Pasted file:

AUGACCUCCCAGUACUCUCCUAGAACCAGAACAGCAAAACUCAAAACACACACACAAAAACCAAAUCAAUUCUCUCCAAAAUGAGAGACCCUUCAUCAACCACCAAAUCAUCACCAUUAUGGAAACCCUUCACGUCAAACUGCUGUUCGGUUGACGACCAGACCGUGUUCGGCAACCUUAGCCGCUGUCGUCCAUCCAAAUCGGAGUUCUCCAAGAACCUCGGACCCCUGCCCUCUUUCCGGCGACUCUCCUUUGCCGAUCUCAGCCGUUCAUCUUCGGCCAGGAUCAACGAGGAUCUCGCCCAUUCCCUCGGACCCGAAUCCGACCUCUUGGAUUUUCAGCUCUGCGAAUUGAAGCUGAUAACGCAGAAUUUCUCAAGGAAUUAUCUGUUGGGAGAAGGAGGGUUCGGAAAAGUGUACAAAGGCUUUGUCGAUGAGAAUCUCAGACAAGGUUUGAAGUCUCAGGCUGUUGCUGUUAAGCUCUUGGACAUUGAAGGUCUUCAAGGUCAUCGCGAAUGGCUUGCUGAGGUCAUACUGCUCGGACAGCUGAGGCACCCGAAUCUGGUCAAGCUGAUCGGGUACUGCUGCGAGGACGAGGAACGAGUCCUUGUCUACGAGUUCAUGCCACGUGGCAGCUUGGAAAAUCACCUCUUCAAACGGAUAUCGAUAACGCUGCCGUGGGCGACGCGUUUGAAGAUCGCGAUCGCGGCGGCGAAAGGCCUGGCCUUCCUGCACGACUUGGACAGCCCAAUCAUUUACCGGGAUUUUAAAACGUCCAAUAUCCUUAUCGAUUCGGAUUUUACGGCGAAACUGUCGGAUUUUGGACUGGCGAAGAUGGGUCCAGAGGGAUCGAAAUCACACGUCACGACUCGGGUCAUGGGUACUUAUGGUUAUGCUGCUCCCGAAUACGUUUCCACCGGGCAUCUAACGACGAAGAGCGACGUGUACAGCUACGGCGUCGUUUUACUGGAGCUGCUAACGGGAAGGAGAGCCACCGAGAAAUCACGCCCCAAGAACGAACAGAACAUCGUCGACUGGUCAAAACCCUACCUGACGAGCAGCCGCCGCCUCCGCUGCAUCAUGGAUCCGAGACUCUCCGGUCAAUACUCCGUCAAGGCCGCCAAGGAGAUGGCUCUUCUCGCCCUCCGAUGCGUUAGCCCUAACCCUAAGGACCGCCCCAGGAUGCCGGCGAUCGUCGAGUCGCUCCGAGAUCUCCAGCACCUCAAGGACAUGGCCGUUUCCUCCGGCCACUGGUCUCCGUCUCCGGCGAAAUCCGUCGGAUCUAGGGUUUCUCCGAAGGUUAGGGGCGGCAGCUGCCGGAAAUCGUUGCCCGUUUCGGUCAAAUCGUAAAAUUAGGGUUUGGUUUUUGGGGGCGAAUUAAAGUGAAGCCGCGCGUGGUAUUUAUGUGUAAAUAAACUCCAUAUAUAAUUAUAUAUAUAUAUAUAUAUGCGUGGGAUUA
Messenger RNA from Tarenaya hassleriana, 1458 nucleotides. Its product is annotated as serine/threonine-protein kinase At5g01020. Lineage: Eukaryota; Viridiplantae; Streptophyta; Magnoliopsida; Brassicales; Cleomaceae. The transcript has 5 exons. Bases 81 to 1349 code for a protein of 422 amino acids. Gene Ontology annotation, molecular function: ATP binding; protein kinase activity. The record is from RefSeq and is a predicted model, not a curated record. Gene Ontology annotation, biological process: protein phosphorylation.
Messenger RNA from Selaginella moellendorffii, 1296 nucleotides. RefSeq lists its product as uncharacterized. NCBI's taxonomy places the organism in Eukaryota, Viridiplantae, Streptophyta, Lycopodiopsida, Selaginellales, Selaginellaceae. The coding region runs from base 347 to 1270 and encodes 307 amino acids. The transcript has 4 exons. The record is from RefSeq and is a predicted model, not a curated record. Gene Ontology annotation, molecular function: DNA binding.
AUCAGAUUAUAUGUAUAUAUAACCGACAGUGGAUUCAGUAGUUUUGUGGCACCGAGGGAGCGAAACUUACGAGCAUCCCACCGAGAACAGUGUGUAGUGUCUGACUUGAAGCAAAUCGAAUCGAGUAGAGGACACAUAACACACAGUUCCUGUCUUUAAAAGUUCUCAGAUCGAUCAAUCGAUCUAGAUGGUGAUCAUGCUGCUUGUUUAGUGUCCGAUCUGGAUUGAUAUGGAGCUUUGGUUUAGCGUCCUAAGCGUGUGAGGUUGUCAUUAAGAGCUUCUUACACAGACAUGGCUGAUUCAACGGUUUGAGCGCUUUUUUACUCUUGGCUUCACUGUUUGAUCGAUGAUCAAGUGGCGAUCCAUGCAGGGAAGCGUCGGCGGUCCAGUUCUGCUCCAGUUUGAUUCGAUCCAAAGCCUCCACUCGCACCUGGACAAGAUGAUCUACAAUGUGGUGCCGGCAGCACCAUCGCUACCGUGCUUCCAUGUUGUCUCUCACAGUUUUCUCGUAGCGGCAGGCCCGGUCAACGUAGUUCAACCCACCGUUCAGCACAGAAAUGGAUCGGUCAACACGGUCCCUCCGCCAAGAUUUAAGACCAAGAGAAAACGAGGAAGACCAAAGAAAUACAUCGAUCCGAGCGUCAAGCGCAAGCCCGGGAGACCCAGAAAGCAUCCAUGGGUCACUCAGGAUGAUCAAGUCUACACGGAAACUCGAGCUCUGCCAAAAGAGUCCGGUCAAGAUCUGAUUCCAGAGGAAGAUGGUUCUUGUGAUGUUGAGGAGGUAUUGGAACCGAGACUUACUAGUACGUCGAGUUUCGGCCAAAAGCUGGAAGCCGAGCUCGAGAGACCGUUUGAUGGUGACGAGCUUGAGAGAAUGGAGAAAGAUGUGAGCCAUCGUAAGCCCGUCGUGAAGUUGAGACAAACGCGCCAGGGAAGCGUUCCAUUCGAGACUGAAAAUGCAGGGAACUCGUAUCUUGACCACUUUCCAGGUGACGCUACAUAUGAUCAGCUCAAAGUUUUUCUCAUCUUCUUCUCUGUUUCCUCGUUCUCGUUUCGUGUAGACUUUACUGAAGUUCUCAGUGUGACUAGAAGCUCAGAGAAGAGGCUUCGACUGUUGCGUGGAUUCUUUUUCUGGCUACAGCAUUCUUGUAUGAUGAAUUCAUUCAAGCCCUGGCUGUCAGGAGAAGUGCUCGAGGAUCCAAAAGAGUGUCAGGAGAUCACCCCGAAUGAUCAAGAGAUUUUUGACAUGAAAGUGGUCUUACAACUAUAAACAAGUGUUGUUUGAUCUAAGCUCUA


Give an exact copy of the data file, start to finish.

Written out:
AUGACCUCCCAGUACUCUCCUAGAACCAGAACAGCAAAACUCAAAACACACACACAAAAACCAAAUCAAUUCUCUCCAAAAUGAGAGACCCUUCAUCAACCACCAAAUCAUCACCAUUAUGGAAACCCUUCACGUCAAACUGCUGUUCGGUUGACGACCAGACCGUGUUCGGCAACCUUAGCCGCUGUCGUCCAUCCAAAUCGGAGUUCUCCAAGAACCUCGGACCCCUGCCCUCUUUCCGGCGACUCUCCUUUGCCGAUCUCAGCCGUUCAUCUUCGGCCAGGAUCAACGAGGAUCUCGCCCAUUCCCUCGGACCCGAAUCCGACCUCUUGGAUUUUCAGCUCUGCGAAUUGAAGCUGAUAACGCAGAAUUUCUCAAGGAAUUAUCUGUUGGGAGAAGGAGGGUUCGGAAAAGUGUACAAAGGCUUUGUCGAUGAGAAUCUCAGACAAGGUUUGAAGUCUCAGGCUGUUGCUGUUAAGCUCUUGGACAUUGAAGGUCUUCAAGGUCAUCGCGAAUGGCUUGCUGAGGUCAUACUGCUCGGACAGCUGAGGCACCCGAAUCUGGUCAAGCUGAUCGGGUACUGCUGCGAGGACGAGGAACGAGUCCUUGUCUACGAGUUCAUGCCACGUGGCAGCUUGGAAAAUCACCUCUUCAAACGGAUAUCGAUAACGCUGCCGUGGGCGACGCGUUUGAAGAUCGCGAUCGCGGCGGCGAAAGGCCUGGCCUUCCUGCACGACUUGGACAGCCCAAUCAUUUACCGGGAUUUUAAAACGUCCAAUAUCCUUAUCGAUUCGGAUUUUACGGCGAAACUGUCGGAUUUUGGACUGGCGAAGAUGGGUCCAGAGGGAUCGAAAUCACACGUCACGACUCGGGUCAUGGGUACUUAUGGUUAUGCUGCUCCCGAAUACGUUUCCACCGGGCAUCUAACGACGAAGAGCGACGUGUACAGCUACGGCGUCGUUUUACUGGAGCUGCUAACGGGAAGGAGAGCCACCGAGAAAUCACGCCCCAAGAACGAACAGAACAUCGUCGACUGGUCAAAACCCUACCUGACGAGCAGCCGCCGCCUCCGCUGCAUCAUGGAUCCGAGACUCUCCGGUCAAUACUCCGUCAAGGCCGCCAAGGAGAUGGCUCUUCUCGCCCUCCGAUGCGUUAGCCCUAACCCUAAGGACCGCCCCAGGAUGCCGGCGAUCGUCGAGUCGCUCCGAGAUCUCCAGCACCUCAAGGACAUGGCCGUUUCCUCCGGCCACUGGUCUCCGUCUCCGGCGAAAUCCGUCGGAUCUAGGGUUUCUCCGAAGGUUAGGGGCGGCAGCUGCCGGAAAUCGUUGCCCGUUUCGGUCAAAUCGUAAAAUUAGGGUUUGGUUUUUGGGGGCGAAUUAAAGUGAAGCCGCGCGUGGUAUUUAUGUGUAAAUAAACUCCAUAUAUAAUUAUAUAUAUAUAUAUAUAUGCGUGGGAUUA
Messenger RNA from Tarenaya hassleriana, 1458 nucleotides. Its product is annotated as serine/threonine-protein kinase At5g01020. Lineage: Eukaryota; Viridiplantae; Streptophyta; Magnoliopsida; Brassicales; Cleomaceae. The transcript has 5 exons. Bases 81 to 1349 code for a protein of 422 amino acids. Gene Ontology annotation, molecular function: ATP binding; protein kinase activity. The record is from RefSeq and is a predicted model, not a curated record. Gene Ontology annotation, biological process: protein phosphorylation.
Messenger RNA from Selaginella moellendorffii, 1296 nucleotides. RefSeq lists its product as uncharacterized. NCBI's taxonomy places the organism in Eukaryota, Viridiplantae, Streptophyta, Lycopodiopsida, Selaginellales, Selaginellaceae. The coding region runs from base 347 to 1270 and encodes 307 amino acids. The transcript has 4 exons. The record is from RefSeq and is a predicted model, not a curated record. Gene Ontology annotation, molecular function: DNA binding.
AUCAGAUUAUAUGUAUAUAUAACCGACAGUGGAUUCAGUAGUUUUGUGGCACCGAGGGAGCGAAACUUACGAGCAUCCCACCGAGAACAGUGUGUAGUGUCUGACUUGAAGCAAAUCGAAUCGAGUAGAGGACACAUAACACACAGUUCCUGUCUUUAAAAGUUCUCAGAUCGAUCAAUCGAUCUAGAUGGUGAUCAUGCUGCUUGUUUAGUGUCCGAUCUGGAUUGAUAUGGAGCUUUGGUUUAGCGUCCUAAGCGUGUGAGGUUGUCAUUAAGAGCUUCUUACACAGACAUGGCUGAUUCAACGGUUUGAGCGCUUUUUUACUCUUGGCUUCACUGUUUGAUCGAUGAUCAAGUGGCGAUCCAUGCAGGGAAGCGUCGGCGGUCCAGUUCUGCUCCAGUUUGAUUCGAUCCAAAGCCUCCACUCGCACCUGGACAAGAUGAUCUACAAUGUGGUGCCGGCAGCACCAUCGCUACCGUGCUUCCAUGUUGUCUCUCACAGUUUUCUCGUAGCGGCAGGCCCGGUCAACGUAGUUCAACCCACCGUUCAGCACAGAAAUGGAUCGGUCAACACGGUCCCUCCGCCAAGAUUUAAGACCAAGAGAAAACGAGGAAGACCAAAGAAAUACAUCGAUCCGAGCGUCAAGCGCAAGCCCGGGAGACCCAGAAAGCAUCCAUGGGUCACUCAGGAUGAUCAAGUCUACACGGAAACUCGAGCUCUGCCAAAAGAGUCCGGUCAAGAUCUGAUUCCAGAGGAAGAUGGUUCUUGUGAUGUUGAGGAGGUAUUGGAACCGAGACUUACUAGUACGUCGAGUUUCGGCCAAAAGCUGGAAGCCGAGCUCGAGAGACCGUUUGAUGGUGACGAGCUUGAGAGAAUGGAGAAAGAUGUGAGCCAUCGUAAGCCCGUCGUGAAGUUGAGACAAACGCGCCAGGGAAGCGUUCCAUUCGAGACUGAAAAUGCAGGGAACUCGUAUCUUGACCACUUUCCAGGUGACGCUACAUAUGAUCAGCUCAAAGUUUUUCUCAUCUUCUUCUCUGUUUCCUCGUUCUCGUUUCGUGUAGACUUUACUGAAGUUCUCAGUGUGACUAGAAGCUCAGAGAAGAGGCUUCGACUGUUGCGUGGAUUCUUUUUCUGGCUACAGCAUUCUUGUAUGAUGAAUUCAUUCAAGCCCUGGCUGUCAGGAGAAGUGCUCGAGGAUCCAAAAGAGUGUCAGGAGAUCACCCCGAAUGAUCAAGAGAUUUUUGACAUGAAAGUGGUCUUACAACUAUAAACAAGUGUUGUUUGAUCUAAGCUCUA